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Commuting questions from CP

UndercoverElephantUndercoverElephant Posts: 5,796
edited June 2017 in Commuting chat
Personally, I just wish that someone had told me how much fun it was - I'd have started ages ago.

Edit: OK, this just looks weird now, thanks for deleting the first post, Rob. For those who are looking at this and wondering; there was a post from Rob Spalding asking what you would have liked to know, or wish you'd known when you first started commuting...
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  • Doh! I did indeed delete the first post - I double posted and then...oh anyway. I put it down to a week away from the forum. Forgot how it worked. So to repeat the questionUnderCover Elephant has replied to:

    If a non-rider, or new rider, were to ask you for bike commuting advice what would you tell them? What do you wish you knew when you started commuting by bike.

    And I know there's a whole thread dedicated to pics of your commuting bikes but I spend too much time on the internet as it is, so tell me about your expensive, bargain, quirky or downright inappropriate commuting bikes.

    Cheers

    Rob
    Cycling Plus
    Rob Spedding, Editor, Cycling Plus
  • Unless your commute is huge(20 miles+) you will arrive at work awake and ready for your day!

    Think of the money you are saving initially! I say initially because before long you will inherit the natural instinct to use the n+1 rule, with n being the number of bikes you have :lol: :shock:

    Dont forget to stock up on washing tabs when you start commuting as you will find yourself washing clothes more than you could possibly believe! :lol: :roll:
    FCN 7

    FCN 4

    if you use irrational measures to measure me, expect me to behave irrationally to measure up
  • jongingejonginge Posts: 5,945
    Aw, I thought this was going to be an audience with Clever Pun...

    To answer the question:
    Learn to keep calm and let the mad things other people do go. Makes the commute much less stressful and more fun (it took me a couple of years to get this and I occasionally backslide).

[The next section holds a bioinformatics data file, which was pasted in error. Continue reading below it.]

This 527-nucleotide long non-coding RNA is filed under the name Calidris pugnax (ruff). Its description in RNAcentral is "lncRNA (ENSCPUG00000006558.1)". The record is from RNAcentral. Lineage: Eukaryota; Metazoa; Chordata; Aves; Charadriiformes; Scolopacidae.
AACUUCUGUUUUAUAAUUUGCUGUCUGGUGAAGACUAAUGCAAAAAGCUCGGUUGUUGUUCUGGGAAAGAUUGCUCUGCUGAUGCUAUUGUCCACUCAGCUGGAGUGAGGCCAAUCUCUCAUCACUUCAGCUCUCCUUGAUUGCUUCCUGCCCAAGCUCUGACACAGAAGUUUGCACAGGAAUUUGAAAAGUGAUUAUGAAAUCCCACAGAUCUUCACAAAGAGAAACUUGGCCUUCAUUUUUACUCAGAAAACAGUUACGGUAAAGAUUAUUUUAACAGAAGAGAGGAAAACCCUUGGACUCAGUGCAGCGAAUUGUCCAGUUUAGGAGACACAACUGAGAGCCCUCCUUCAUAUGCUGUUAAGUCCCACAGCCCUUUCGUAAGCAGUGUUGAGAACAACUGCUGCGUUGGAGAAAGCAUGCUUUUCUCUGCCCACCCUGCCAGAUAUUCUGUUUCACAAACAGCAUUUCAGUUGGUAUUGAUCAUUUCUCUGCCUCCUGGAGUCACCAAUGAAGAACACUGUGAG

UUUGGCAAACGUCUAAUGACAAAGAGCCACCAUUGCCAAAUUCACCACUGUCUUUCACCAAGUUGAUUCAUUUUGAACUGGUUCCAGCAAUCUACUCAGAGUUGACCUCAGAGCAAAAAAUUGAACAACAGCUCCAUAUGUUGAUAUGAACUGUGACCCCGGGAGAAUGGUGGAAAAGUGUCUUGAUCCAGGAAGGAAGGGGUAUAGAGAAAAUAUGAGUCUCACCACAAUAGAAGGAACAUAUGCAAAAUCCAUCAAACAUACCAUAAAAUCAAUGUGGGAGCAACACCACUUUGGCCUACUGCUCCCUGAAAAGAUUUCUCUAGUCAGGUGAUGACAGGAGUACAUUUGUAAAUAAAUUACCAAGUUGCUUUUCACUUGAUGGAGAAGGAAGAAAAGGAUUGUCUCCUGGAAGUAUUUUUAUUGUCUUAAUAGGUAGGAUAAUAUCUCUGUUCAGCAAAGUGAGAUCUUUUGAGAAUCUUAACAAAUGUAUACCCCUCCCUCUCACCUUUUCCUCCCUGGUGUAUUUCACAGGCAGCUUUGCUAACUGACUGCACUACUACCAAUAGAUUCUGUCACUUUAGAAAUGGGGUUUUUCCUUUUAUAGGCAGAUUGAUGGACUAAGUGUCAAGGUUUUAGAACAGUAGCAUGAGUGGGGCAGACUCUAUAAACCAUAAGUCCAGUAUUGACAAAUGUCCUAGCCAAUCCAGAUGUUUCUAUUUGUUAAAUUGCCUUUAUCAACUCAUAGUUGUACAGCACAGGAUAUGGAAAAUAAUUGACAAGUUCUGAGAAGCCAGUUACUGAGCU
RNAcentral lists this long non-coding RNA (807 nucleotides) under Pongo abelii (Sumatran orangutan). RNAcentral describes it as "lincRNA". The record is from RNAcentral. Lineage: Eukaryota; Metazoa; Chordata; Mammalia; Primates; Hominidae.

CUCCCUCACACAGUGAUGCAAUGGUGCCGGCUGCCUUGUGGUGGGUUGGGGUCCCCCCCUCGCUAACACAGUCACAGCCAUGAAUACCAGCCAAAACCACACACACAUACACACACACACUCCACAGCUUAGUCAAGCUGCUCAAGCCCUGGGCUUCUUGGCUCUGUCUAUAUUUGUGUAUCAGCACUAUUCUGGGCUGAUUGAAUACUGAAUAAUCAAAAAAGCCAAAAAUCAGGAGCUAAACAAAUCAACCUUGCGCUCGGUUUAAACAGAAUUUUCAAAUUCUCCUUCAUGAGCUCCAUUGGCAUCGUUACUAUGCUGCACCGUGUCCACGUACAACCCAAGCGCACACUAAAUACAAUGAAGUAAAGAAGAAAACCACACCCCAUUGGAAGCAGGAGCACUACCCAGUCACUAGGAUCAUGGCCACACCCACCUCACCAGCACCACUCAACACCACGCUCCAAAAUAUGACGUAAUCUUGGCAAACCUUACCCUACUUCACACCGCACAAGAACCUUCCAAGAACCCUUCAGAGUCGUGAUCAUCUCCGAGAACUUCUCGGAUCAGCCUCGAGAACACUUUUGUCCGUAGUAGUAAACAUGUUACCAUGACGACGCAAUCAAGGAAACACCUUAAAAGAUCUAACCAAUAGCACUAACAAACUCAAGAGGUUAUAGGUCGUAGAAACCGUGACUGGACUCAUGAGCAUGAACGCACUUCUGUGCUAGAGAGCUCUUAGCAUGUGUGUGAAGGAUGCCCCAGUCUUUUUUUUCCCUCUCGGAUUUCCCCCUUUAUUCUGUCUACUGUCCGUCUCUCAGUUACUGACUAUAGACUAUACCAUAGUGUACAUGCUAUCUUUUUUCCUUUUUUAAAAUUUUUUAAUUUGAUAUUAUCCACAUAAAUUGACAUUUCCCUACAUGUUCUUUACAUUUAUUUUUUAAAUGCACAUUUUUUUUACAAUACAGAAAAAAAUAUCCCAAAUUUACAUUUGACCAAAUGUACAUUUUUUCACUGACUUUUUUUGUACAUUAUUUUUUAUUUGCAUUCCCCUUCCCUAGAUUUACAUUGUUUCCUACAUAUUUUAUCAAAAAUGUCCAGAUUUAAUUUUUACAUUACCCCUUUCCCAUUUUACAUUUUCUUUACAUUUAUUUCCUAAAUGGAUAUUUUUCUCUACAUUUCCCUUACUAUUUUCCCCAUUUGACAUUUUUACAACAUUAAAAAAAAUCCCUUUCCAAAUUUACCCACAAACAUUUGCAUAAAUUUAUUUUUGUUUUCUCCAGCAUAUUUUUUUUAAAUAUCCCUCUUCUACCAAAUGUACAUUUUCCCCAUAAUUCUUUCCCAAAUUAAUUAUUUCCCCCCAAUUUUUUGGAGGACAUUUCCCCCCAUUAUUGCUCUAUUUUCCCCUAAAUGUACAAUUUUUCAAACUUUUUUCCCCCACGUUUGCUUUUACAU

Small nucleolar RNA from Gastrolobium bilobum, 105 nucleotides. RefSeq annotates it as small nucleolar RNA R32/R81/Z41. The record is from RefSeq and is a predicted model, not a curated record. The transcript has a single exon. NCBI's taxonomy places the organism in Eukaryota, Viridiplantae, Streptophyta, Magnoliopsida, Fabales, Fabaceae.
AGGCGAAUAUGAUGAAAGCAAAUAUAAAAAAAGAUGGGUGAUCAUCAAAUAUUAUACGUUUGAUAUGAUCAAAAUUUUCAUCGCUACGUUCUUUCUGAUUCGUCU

Ride predictably. If that means you don't get that tiny gap or the commute takes a bit longer then so be it.

    Enjoy it.
    FCN 2-4 "Shut up legs", Jens Voigt
    Planet-x Scott
    Rides
  • davisdavis Posts: 2,505
    I wish I'd known about road bikes, cross bikes, mudguards, racks, panniers, lights, and that hybrids are censored .

    Mostly about the gear, really.
    Sometimes parts break. Sometimes you crash. Sometimes it’s your fault.
  • Clever PunClever Pun Posts: 6,778
    JonGinge wrote:
    Aw, I thought this was going to be an audience with Clever Pun...

    To answer the question:
    Learn to keep calm and let the mad things other people do go. Makes the commute much less stressful and more fun (it took me a couple of years to get this and I occasionally backslide).
    Ride predictably. If that means you don't get that tiny gap or the commute takes a bit longer then so be it.

    Enjoy it.

    Seems you beat me to that...

    feel free to ask me questions though... or should I be asking questions?

    Hybrids...why?
    Purveyor of sonic doom

    Very Hairy Roadie - FCN 4
    Fixed Pista- FCN 5
    Beared Bromptonite - FCN 14
  • Mr PlumMr Plum Posts: 1,097
    Get a road bike.

    I wish I appreciated how much more efficient a road bike is than a hardtail MTB with slicks. You can't really get this across without real life experience of it though...
    FCN 2 to 8
  • 'assume everyone else on the road is a nutter'

    that one was told to me by a doctor while i was in intensive care in november after getting knocked off; best commuting advice ever.
    Giant Defy 3
    FCN 5

    All wrenching and no riding makes me frickin' angry...
  • iPeteiPete Posts: 6,076
    as above, also assume that nobody can see you! Ride with Zen, being self righteous, riding aggressively at the wrong time or being impatient will leave you on the deck.